Saturday, August 25, 2012

"Wives be subordinate to your husbands"

“Wives, be subordinate to your husbands, as is proper in the Lord.”  Now, let me ask you honestly, how many wives poked their husbands as that was read?  How many husbands twisted uncomfortably in their seats? This is perhaps the most dangerous passage in all of Scripture to preach on, in fact, most preachers usually try and avoid it. But, I feel a little dangerous today, so let’s see if we can’t make some sense of it. 

How many of you saw the very funny movie, My Big, Fat, Greek Wedding, which came out a number of years ago now?  As you remember, it’s about a large ethnic family focusing on their awkward daughter who pursues her dreams, falls in love and marries.  But, there is a scene early on in the film that, I think, gives great insight into our dangerous passage from Ephesians.  After years of working in the family restaurant, the daughter decides she wants to go to college.  She musters up the courage and asks permission of her father, who immediately says “no”.  Crying on her mother’s shoulder the mother responds, “Don’t worry, I will talk to your father.”  Feeling the hopelessness of the situation the daughter responds, “He won’t change his mind.  He is stubborn. ‘The man is the head of the household.’”  The mother strokes her daughter’s hair and smiles, and says, “Yes, the man, he is the head. But the woman? She is the neck. And I can turn that head any way I want.”

That funny scene gives us a new perspective on these words from St. Paul, and that’s exactly what is needed.  The problem with this phrase from Ephesians, “Wives be subordinate to your husbands,” is that we tend to isolate that passage and not look at the rest of the reading.  Alone, this passage is troubling and seems to support a subjugation of women, but that is an understanding that is out of context.  When we look at the bigger picture, we find St. Paul not encouraging a chauvinistic household, but one that is balanced; not one where husbands lord authority over wives, but one where everyone is subordinate; everyone is the servant of the other. 

There are two keys to this reading – the first is the initial words we heard today, “Brothers and sisters, be subordinate to one another.”   We are all called to be in that position of subordination to each other, deferring to each other, serving each other.  So, if “wives be subordinate to your husbands” is true; then it is also true to say, “husbands be subordinate to your wives,” “children be subordinate to your parents,” “parents be subordinate to your children.”  This reading doesn’t want to perpetuate a power dynamic, it wants to eliminate it; leaving in its wake a community of servants. “Be subordinate to one another.”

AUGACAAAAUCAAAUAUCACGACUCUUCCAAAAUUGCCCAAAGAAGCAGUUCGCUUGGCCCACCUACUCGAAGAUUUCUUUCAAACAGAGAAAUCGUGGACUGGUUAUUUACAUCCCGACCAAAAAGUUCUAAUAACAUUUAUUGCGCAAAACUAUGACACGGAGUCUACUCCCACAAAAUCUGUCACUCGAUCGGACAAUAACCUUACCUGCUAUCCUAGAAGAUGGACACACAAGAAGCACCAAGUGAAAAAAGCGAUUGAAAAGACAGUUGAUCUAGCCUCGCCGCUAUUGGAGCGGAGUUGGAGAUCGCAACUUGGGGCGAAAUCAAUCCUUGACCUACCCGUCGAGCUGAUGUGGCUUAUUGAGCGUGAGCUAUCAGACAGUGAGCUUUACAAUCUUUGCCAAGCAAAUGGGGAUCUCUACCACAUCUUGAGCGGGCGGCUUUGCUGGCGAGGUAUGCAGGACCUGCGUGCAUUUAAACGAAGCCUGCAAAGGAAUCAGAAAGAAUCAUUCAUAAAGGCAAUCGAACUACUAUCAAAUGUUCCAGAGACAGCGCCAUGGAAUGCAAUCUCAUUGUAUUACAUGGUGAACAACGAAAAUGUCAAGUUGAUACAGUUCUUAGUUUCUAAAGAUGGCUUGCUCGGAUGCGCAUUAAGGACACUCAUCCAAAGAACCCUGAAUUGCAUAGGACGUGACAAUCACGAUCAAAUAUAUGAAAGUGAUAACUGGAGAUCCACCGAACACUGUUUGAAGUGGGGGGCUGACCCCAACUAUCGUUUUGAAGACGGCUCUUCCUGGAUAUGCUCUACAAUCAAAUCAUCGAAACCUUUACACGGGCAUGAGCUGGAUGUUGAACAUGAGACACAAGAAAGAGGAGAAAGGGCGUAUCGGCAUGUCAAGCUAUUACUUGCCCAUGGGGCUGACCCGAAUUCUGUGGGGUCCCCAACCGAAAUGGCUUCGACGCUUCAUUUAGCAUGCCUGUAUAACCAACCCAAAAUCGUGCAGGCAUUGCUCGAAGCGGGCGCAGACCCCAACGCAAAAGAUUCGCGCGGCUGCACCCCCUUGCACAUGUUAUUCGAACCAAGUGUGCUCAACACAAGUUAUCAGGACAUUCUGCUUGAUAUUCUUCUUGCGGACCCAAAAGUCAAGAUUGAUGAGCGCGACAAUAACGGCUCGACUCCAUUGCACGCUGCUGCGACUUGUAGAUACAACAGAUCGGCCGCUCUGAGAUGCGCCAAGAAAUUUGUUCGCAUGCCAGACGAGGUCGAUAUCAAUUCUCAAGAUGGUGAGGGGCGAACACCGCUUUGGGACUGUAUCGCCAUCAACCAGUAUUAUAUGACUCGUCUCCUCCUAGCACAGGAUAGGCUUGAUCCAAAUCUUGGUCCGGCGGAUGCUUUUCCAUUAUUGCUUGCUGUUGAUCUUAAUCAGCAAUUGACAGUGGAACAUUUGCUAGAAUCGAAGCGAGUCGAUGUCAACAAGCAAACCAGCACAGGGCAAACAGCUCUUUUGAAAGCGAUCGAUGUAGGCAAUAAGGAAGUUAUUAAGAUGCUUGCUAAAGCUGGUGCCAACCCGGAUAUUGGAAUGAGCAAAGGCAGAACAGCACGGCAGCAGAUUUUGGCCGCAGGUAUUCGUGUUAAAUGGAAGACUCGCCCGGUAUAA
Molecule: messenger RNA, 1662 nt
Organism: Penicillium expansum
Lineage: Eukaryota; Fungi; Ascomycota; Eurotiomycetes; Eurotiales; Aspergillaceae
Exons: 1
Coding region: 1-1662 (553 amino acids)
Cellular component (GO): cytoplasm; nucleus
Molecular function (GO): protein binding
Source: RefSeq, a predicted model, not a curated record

What does this subordination or servanthood look like? Just a few lines before today’s passage, St. Paul gives us that detail.  He writes, “Put on, as God's chosen ones, holy and beloved, heartfelt compassion, kindness, humility, gentleness, and patience, bearing with one another and forgiving one another if one has a grievance against another; as the Lord has forgiven you, so must you also do. And over all these put on love, that is, the bond of perfection. And let the peace of Christ control your hearts, the peace into which you were also called in one body. And be thankful.” 

This is the point that St. Paul wants to make, we are not called to be powerful in relation to each other, we are called to be powerless; we are not called to be lords over one another; we are called to serve.   This is the point of our faith – to reject the ethos of our society that wants us to subjugate those around us; to focus on what makes one person better than the other; to grabbing more for ourselves even to the detriment of others. It asks us, quite simply, to see one another; and not just some;  not as competitors, but as brothers and sisters. To be servants of all; to put on compassion, kindness, humility, gentleness, and patience; to be forgiving. 

St. Paul asks that question in our hearts today – are these the things that define who we are through the grace of our baptism?  When someone looks at us do they see compassion and kindness, gentleness and a spirit of forgiveness or do they find judgment, greed or perhaps worse, indifference?

Let us pray to cast off the old and put on the new.  Let us look at the world in a new way, through the eyes of faith, eyes that cause us to ask not what can I get, but what can I give; not who will serve me, but rather who can I serve today.  My friends, let us be servants to one another and to all out of reverence for Christ and through our simple acts of kindness and service, let us change the world.

May the Lord give you peace.


  1. Well done!

    The deacon at my parish tried to develop the same basic point, but I think you nailed it with the line, "When we look at the bigger picture, we find St. Paul not encouraging a chauvinistic household, but one that is balanced; not one where husbands lord authority over wives, but one where everyone is subordinate; everyone is the servant of the other," and the development in the following paragraph.

  2. Thank you for explaining this passage of today's reading so well. I have always felt irritated by the word "subordinate."

    Unfortunately, this reading has been misinterpreted by many people. I see this especially with women being abused by there husbands.

    Again, thank you for clearly clarifying this reading. You are truly a loving servant of God.